So now you have an idea of how the brain of a minister, or at least of this minister, works. Only, I’m pretty sure it’s not just me. A few days ago I was having a conversation with an esteemed minister in our movement. We were talking and she suggested that I should preach a sermon on the subject of fear. What a coincidence, I replied, explaining to her that it was the theme for my service this morning. She shared with me that she once did an entire sermon series on fear in the month of December. And did I know, she asked, that whenever an angel appears in the Bible the angel’s first words are always… “Be not afraid,” I said, finishing her sentence. It’s like there was this uncanny, freaky, Vulcan mind-meld going on between us.
Fear, as we all know, is present our society today. Incidences of senseless and random violence in public places lead some to a certain degree of nervousness or a heightened vigilance. Economic confidence continues to be shaky and people experience economic insecurity. From arsenic in rice to mercury in fish to concerns about the genetically modified foods, there is fear about what we put into our bodies. Our fears have to do with weather and climate, with privacy and identity, with health and wellness. For some in our society, shifting racial demographics are seen as a threat and as cause for alarm. In the past four years our nation has seen a troubling increase in the activity and number of hate groups, a fact that is appropriately frightening to people of color as well as anyone who cares about racial justice. To these fears we might add our own personal ones that lurk in the dark recesses of our imagination. That fear is so abundant might strike us as perplexing if we would only take a wider view and realize that we live at a time and in a place that is extraordinarily safe in comparison to most of recorded human history.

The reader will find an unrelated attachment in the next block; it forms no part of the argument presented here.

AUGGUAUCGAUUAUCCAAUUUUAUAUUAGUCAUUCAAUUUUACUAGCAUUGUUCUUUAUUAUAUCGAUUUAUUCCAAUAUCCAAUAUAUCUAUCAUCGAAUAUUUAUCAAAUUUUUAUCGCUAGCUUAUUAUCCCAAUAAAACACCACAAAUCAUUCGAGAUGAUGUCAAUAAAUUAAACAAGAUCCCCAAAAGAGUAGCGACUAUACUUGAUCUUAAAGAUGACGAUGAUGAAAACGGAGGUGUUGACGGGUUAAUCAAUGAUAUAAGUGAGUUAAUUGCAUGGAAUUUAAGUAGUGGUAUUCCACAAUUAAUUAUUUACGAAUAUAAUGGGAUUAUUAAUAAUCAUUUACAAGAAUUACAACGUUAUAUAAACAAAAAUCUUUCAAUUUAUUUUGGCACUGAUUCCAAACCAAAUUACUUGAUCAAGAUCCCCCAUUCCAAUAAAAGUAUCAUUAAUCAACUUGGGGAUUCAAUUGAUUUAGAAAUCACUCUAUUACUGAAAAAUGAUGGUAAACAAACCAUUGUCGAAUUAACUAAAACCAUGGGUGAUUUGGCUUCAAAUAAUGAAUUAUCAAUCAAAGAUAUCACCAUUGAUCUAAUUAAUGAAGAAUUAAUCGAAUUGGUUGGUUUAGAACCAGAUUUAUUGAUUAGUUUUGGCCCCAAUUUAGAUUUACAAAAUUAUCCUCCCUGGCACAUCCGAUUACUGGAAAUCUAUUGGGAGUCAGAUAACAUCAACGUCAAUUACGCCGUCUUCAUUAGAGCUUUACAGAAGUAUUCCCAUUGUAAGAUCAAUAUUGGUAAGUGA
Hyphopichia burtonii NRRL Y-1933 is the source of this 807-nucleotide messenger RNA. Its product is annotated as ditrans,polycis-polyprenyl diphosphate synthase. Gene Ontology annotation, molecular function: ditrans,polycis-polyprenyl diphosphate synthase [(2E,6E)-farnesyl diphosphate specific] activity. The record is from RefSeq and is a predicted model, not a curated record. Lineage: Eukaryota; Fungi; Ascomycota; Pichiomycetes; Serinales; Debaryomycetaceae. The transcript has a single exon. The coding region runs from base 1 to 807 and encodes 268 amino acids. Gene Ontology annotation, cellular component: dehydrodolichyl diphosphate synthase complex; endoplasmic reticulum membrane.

Yesterday was World AIDS Day and earlier in our service we heard from a member of the congregation who spoke powerfully and passionately about observing this day. In addition to his words, I might observe just how linked HIV/AIDS has been with fear and how important dealing with fear is when it comes to combating the spread of HIV. Those of us who remember the eighties and early nineties may remember what a scary time it was, especially for those of us who happened to come of age during those years. We’re aware in the fight against HIV/AIDS that this disease is not just physical, but there has also been a social stigma to address, and I think it can absolutely be said that fear has played an enormous role in stigmatization and discrimination. I don’t claim any public health expertise, but I would have to believe that addressing fear and denial, which is a form of fear, are probably an important part of public health strategies.
In his book Freedom from Fear the late Unitarian Universalist minister Forrest Church offers a typology of fear:
Fear, when it is located in the body, is called fright. It is instinctive fear that causes a fight or flight response within the body.
Fear, when it is located in the intellect, manifests itself as worry. It is “produced by our worst imaginings.” Worry is a thinking form of fear.
Fear can be located in our conscience. When our conscience is troubled by fear, the result is guilt.
In our emotions, fear shows itself as insecurity; it is “prompted by feelings of inadequacy.”